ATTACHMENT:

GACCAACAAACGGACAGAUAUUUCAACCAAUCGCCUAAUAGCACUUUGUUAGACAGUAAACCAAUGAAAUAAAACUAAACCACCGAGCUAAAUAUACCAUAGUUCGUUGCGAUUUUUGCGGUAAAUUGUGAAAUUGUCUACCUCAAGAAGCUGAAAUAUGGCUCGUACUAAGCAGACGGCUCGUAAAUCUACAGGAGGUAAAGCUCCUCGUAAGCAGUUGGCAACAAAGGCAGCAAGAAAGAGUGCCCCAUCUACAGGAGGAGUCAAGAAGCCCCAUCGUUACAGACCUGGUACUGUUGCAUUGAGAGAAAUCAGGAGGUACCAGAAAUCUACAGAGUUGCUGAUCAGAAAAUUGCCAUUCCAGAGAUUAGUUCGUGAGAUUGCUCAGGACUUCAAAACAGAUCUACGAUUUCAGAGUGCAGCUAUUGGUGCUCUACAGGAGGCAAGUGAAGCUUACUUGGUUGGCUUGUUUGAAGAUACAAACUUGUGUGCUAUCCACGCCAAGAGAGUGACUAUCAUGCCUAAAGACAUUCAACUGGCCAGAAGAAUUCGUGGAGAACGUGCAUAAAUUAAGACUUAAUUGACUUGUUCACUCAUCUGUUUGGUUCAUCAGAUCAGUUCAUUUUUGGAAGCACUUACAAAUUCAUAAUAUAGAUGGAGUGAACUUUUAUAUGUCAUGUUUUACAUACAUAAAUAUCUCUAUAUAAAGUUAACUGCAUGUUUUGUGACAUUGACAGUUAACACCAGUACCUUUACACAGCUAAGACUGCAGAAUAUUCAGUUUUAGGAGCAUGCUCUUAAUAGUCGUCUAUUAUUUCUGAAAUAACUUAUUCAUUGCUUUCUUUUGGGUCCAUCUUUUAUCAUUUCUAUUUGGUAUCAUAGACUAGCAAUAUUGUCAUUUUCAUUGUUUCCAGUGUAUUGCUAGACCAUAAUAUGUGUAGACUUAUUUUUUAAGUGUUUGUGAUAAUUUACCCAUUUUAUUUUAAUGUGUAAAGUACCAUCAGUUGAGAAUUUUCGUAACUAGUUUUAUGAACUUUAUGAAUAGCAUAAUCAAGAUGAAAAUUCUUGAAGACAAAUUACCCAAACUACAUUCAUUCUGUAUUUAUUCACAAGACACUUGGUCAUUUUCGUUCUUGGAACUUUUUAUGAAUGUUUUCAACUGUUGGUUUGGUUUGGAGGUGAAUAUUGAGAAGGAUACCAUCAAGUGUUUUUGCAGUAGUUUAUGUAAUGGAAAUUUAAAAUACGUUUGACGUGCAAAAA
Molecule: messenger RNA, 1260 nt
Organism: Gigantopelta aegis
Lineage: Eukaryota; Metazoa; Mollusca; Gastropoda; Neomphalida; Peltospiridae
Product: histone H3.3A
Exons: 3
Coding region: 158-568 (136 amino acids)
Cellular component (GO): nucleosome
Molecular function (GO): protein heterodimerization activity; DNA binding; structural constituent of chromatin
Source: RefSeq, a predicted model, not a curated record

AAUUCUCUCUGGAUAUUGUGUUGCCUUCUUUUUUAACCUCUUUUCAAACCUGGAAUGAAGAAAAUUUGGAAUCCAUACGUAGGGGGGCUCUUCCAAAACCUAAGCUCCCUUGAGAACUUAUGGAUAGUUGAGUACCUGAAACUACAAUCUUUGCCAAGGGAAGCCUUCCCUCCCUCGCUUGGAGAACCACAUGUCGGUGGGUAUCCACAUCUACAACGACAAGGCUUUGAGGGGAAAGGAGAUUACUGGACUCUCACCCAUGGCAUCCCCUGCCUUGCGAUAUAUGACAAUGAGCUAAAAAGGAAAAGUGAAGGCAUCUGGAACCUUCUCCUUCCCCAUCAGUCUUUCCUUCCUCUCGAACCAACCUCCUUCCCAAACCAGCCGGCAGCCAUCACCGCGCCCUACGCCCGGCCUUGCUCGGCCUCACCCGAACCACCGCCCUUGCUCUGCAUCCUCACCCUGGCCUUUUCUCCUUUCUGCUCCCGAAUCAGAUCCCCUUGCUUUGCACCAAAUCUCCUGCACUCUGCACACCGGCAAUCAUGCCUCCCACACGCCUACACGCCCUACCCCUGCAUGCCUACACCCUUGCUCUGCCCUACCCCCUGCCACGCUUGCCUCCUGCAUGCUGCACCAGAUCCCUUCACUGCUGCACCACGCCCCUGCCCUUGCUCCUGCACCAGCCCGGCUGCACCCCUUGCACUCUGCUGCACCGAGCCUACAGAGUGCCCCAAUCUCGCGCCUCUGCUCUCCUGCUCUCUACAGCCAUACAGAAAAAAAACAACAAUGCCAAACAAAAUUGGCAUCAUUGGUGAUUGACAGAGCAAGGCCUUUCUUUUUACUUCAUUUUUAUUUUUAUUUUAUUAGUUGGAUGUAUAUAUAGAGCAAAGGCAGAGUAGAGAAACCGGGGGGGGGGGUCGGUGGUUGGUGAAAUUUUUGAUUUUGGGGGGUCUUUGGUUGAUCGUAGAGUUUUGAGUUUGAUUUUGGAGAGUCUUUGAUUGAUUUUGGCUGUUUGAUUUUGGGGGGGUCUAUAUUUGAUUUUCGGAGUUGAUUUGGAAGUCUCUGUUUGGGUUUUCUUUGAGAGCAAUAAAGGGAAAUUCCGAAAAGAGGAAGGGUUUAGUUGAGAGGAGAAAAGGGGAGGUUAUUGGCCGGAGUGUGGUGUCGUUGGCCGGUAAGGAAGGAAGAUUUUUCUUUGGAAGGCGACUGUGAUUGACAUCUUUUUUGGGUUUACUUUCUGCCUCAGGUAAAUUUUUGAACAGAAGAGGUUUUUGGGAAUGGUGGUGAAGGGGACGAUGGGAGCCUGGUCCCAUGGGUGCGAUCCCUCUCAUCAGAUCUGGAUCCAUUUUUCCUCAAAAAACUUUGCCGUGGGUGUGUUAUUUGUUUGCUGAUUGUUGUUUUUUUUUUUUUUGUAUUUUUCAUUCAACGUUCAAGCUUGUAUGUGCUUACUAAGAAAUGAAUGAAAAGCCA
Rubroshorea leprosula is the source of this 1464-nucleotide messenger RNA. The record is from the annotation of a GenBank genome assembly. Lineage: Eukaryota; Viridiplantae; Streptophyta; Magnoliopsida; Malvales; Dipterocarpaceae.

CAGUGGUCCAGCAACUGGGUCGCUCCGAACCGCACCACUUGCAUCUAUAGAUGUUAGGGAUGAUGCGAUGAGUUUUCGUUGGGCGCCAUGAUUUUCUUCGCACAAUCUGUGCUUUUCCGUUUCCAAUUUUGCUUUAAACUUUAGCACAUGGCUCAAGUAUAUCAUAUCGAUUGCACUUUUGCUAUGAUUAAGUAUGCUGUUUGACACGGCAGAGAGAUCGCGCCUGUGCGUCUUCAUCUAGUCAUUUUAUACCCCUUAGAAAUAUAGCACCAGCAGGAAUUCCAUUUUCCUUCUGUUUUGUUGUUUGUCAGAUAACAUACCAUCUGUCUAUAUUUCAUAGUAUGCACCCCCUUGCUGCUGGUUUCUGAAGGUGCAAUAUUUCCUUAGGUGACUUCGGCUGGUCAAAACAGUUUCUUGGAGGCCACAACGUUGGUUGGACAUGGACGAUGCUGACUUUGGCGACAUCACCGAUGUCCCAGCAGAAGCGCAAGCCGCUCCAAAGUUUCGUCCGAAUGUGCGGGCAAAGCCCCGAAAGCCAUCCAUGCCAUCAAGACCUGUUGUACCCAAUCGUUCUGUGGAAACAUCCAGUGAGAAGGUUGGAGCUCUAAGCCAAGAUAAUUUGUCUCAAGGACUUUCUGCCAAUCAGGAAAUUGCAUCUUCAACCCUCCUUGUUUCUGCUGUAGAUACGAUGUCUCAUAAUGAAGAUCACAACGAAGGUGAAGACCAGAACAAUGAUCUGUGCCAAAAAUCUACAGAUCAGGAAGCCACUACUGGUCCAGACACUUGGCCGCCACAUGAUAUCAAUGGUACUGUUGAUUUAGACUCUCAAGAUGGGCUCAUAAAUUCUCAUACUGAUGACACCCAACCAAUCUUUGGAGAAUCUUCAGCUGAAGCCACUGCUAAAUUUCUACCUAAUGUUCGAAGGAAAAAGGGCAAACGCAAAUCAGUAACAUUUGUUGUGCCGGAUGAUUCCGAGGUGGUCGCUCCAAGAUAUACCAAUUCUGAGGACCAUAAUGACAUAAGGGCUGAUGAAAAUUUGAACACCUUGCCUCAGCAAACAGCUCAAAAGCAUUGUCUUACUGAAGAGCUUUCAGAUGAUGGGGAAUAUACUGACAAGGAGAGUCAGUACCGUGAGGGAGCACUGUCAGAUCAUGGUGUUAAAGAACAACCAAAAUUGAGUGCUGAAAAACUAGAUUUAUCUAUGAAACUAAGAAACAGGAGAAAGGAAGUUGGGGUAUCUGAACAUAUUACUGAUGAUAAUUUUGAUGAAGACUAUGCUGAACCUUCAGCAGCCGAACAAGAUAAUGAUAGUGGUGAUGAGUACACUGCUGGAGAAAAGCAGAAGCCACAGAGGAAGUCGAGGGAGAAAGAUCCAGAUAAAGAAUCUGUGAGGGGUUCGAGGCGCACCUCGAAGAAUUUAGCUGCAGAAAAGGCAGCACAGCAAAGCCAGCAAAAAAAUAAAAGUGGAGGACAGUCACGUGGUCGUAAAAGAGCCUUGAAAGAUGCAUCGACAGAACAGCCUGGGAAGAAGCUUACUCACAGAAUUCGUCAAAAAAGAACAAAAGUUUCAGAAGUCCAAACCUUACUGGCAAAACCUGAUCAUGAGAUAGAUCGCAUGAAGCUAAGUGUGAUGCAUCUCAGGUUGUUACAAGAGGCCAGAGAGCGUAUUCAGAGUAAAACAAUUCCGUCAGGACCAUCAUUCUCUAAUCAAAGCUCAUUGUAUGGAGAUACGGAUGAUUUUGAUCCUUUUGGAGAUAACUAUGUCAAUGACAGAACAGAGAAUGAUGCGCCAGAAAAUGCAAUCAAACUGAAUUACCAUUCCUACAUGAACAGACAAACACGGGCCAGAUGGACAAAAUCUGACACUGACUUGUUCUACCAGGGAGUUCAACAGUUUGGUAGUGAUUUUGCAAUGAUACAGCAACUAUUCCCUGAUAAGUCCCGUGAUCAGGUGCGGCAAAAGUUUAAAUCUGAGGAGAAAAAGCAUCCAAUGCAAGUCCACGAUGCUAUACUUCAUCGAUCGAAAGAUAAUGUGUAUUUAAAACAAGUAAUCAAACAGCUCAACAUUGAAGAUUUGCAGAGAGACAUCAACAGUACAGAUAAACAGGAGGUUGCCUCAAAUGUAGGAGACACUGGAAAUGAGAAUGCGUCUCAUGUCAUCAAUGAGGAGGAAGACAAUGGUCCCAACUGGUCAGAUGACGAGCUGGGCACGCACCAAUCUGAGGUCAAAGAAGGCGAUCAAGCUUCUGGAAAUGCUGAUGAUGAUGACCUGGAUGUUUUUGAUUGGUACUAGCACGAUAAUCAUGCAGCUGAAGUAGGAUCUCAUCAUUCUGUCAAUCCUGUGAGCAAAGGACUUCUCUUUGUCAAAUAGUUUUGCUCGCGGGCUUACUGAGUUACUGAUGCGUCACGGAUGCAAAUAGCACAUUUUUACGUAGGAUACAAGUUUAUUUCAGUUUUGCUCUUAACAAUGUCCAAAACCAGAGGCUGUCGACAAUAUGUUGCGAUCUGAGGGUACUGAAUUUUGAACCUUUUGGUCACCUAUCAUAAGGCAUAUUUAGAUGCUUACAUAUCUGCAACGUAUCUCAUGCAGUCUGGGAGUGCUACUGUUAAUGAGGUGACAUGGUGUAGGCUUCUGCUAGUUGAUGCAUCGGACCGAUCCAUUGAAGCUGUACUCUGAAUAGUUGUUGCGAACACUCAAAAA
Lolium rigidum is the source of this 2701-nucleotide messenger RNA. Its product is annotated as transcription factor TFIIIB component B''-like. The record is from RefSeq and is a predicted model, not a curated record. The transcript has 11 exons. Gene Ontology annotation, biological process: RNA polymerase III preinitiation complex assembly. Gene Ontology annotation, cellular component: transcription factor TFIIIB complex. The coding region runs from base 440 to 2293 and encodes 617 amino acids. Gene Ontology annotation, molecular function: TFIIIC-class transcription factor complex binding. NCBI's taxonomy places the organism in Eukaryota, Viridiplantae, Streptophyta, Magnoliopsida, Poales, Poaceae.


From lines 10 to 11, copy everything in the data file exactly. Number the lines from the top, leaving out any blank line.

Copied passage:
Source: RefSeq, a predicted model, not a curated record

AAUUCUCUCUGGAUAUUGUGUUGCCUUCUUUUUUAACCUCUUUUCAAACCUGGAAUGAAGAAAAUUUGGAAUCCAUACGUAGGGGGGCUCUUCCAAAACCUAAGCUCCCUUGAGAACUUAUGGAUAGUUGAGUACCUGAAACUACAAUCUUUGCCAAGGGAAGCCUUCCCUCCCUCGCUUGGAGAACCACAUGUCGGUGGGUAUCCACAUCUACAACGACAAGGCUUUGAGGGGAAAGGAGAUUACUGGACUCUCACCCAUGGCAUCCCCUGCCUUGCGAUAUAUGACAAUGAGCUAAAAAGGAAAAGUGAAGGCAUCUGGAACCUUCUCCUUCCCCAUCAGUCUUUCCUUCCUCUCGAACCAACCUCCUUCCCAAACCAGCCGGCAGCCAUCACCGCGCCCUACGCCCGGCCUUGCUCGGCCUCACCCGAACCACCGCCCUUGCUCUGCAUCCUCACCCUGGCCUUUUCUCCUUUCUGCUCCCGAAUCAGAUCCCCUUGCUUUGCACCAAAUCUCCUGCACUCUGCACACCGGCAAUCAUGCCUCCCACACGCCUACACGCCCUACCCCUGCAUGCCUACACCCUUGCUCUGCCCUACCCCCUGCCACGCUUGCCUCCUGCAUGCUGCACCAGAUCCCUUCACUGCUGCACCACGCCCCUGCCCUUGCUCCUGCACCAGCCCGGCUGCACCCCUUGCACUCUGCUGCACCGAGCCUACAGAGUGCCCCAAUCUCGCGCCUCUGCUCUCCUGCUCUCUACAGCCAUACAGAAAAAAAACAACAAUGCCAAACAAAAUUGGCAUCAUUGGUGAUUGACAGAGCAAGGCCUUUCUUUUUACUUCAUUUUUAUUUUUAUUUUAUUAGUUGGAUGUAUAUAUAGAGCAAAGGCAGAGUAGAGAAACCGGGGGGGGGGGUCGGUGGUUGGUGAAAUUUUUGAUUUUGGGGGGUCUUUGGUUGAUCGUAGAGUUUUGAGUUUGAUUUUGGAGAGUCUUUGAUUGAUUUUGGCUGUUUGAUUUUGGGGGGGUCUAUAUUUGAUUUUCGGAGUUGAUUUGGAAGUCUCUGUUUGGGUUUUCUUUGAGAGCAAUAAAGGGAAAUUCCGAAAAGAGGAAGGGUUUAGUUGAGAGGAGAAAAGGGGAGGUUAUUGGCCGGAGUGUGGUGUCGUUGGCCGGUAAGGAAGGAAGAUUUUUCUUUGGAAGGCGACUGUGAUUGACAUCUUUUUUGGGUUUACUUUCUGCCUCAGGUAAAUUUUUGAACAGAAGAGGUUUUUGGGAAUGGUGGUGAAGGGGACGAUGGGAGCCUGGUCCCAUGGGUGCGAUCCCUCUCAUCAGAUCUGGAUCCAUUUUUCCUCAAAAAACUUUGCCGUGGGUGUGUUAUUUGUUUGCUGAUUGUUGUUUUUUUUUUUUUUGUAUUUUUCAUUCAACGUUCAAGCUUGUAUGUGCUUACUAAGAAAUGAAUGAAAAGCCA